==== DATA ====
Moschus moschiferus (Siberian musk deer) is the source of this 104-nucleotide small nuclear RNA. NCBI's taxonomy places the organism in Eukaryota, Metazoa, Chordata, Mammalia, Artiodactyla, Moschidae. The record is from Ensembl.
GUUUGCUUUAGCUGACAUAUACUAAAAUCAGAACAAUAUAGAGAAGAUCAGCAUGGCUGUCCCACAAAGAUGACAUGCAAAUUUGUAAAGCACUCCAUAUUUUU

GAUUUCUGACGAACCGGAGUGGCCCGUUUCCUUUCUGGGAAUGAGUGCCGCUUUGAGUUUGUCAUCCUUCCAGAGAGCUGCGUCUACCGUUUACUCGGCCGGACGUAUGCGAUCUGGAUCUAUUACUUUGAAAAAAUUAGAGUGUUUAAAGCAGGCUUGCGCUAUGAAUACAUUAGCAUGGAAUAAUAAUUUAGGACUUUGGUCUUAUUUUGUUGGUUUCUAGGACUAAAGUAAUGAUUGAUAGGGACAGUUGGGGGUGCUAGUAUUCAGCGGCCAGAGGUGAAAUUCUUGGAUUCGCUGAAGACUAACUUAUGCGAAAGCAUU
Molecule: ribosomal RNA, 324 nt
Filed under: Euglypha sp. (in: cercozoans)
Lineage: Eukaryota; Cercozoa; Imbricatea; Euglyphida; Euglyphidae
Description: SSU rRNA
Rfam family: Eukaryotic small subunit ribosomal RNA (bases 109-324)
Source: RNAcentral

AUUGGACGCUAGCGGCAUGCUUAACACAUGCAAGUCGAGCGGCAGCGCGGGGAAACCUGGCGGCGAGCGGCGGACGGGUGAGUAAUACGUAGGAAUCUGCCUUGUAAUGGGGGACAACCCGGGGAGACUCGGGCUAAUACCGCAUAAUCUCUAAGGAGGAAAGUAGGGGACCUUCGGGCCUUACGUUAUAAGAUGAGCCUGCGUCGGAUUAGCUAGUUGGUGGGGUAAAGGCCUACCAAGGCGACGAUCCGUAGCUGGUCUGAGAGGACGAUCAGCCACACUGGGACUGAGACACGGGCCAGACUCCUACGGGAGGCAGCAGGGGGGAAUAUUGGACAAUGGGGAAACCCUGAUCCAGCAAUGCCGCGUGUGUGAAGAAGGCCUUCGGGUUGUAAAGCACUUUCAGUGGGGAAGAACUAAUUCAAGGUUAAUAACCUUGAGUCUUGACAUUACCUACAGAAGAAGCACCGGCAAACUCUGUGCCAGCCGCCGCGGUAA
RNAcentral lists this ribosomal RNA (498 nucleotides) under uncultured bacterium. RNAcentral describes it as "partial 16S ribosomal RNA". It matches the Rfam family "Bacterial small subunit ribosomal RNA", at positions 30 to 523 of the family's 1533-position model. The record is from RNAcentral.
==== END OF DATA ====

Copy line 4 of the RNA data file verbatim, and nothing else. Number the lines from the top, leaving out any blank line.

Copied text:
Molecule: ribosomal RNA, 324 nt